For those interested in purchasing amber, determining authenticity is important. To determine if the amber you are interested in buying is authentic first, buy only from reputable dealers. If you still are not sure the amber you are interested in is authentic, simply rub it on a natural cloth and see if it builds a static charge. If it does it is likely authentic. if it does not, it is not. Amber will also heat quickly when held in the hand.
What Color Is Amber?
Amber comes in a variety of colors. Most are in the range of pale yellow to orange, red and brown and even black, but green and blue amber do exist. The darkness of a color is a function of the chemical composition and age of the amber. As amber ages it darkens. In addition to color amber has properties of clarity or opacity and fluorescence. Amber opacity can vary from nearly transparent to opaque. It also has fluorescence and phosphorescence. Under UV light, amber Fluoresces or glows. Brightness varies with chemical composition and age. Some ambers are so energetic they continues to glow even after the UV source has been removed, or phosphoresce.
Does Amber Float?
Amber is buoyant in saltwater. You probably will not find it bobbing the surface, but this property helps to keep it on top of the beach substrate. A significant amount of baltic amber is gathered from water. This is referred to as Sea Stone or Scoopstone amber.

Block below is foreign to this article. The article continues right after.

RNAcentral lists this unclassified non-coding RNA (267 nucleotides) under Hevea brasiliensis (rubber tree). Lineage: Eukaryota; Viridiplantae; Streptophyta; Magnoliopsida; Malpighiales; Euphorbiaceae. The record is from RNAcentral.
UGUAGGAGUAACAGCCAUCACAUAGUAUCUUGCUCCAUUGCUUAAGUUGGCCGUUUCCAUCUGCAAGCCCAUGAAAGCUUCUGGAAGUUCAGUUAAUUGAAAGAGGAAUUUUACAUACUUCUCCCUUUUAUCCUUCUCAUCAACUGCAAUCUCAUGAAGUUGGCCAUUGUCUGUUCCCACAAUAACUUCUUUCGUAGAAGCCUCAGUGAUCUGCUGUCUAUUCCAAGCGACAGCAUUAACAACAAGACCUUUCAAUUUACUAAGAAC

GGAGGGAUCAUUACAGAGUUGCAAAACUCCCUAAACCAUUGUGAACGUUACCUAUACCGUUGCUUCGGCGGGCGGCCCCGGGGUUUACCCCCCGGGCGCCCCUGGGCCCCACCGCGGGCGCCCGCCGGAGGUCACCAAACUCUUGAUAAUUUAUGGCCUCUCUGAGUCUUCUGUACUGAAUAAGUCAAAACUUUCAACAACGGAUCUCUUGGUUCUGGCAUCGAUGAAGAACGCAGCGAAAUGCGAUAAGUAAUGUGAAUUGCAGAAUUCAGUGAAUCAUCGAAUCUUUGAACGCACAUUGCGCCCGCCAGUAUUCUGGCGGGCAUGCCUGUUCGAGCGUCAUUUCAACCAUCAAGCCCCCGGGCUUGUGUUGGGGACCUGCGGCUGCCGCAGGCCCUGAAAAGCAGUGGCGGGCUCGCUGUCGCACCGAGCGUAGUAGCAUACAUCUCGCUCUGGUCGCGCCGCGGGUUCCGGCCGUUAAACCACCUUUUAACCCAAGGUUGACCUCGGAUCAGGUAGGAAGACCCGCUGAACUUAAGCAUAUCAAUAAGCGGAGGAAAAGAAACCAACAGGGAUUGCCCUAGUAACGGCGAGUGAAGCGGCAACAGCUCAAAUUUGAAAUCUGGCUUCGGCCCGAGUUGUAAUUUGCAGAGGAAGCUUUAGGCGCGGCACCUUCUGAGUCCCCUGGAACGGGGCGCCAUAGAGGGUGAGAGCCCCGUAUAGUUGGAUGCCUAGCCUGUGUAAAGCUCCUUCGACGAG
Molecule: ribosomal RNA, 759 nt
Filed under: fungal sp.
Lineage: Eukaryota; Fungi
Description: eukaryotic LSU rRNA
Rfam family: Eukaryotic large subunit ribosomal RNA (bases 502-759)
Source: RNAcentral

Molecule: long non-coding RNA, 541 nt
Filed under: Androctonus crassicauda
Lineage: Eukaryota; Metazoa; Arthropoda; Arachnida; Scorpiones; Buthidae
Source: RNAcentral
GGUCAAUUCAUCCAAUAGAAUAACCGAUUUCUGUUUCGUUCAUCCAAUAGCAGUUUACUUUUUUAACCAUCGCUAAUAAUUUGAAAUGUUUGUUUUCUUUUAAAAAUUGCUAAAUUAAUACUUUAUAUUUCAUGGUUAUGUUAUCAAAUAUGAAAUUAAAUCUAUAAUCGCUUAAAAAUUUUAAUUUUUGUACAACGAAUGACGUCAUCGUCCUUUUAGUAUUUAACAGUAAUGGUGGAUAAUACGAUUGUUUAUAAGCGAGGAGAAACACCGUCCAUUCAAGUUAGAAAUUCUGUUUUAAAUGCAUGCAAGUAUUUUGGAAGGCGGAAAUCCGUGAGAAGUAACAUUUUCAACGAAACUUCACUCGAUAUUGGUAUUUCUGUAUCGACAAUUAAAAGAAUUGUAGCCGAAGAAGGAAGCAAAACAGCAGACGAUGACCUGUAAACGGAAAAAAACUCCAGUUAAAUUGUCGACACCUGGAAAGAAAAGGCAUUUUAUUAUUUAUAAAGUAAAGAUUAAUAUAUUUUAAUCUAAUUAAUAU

Is Amber Positively Or Negatively Charged?
The greek word for Amber is Electron which is the root of the modern word Electricity. Amber will generate static electricity when rubbed against a natural fibre. Amber is negatively charged this means it attracts electrons when rubbed with a positively charged material.
Can Dna Be Extracted From Insects Preserved In Amber?
It is infeasible that DNA could be extracted from an insect preserved in amber and used to clone a dinosaur. DNA has a limited life even under the best preservation conditions. DNA has a half-life of 521 years. This means that after 521 years one half of the DNA will be useless and 521 years after that three quarters will be. At that rate, after 6.8 million years, all usable DNA will be gone, even under the best preservation. Non-avian dinosaurs died out 66 million years ago. Almost sixty million years longer than DNA could survive.
What Interesting Things Have Been Found In Amber?
Many extinct insect species have been described from fossils and there are a number that defy description and may lead to new families of insects. There have also been bird feathers, baby birds, lizards, and amphibians found in amber. Plant leaves and seeds are regularly found in amber in addition to animals. Among the rarest and most interesting things found in amber are footprints of reptiles and amphibians and in one striking case, an ammonite shell.
How Is The Age Of Amber Determined?
The most common method of determining amber’s age is looking at the known geologic formations that surround it. The Law of Super Position describes layers as being older the closer they are to the bottom. For example, if a rock layer is known to be 20 million years old, the layer below it is considered to be older because it had to be laid down before the 20million year old layer. Amber is also studied in this way. Amber is considered to be the age of the rock formation it is found in. As technology has progressed, more technical methods of dating amber have been developed. Spectroscopy and Differential Scanning Calorimetry have all been used to confirm the older, relative dating methods.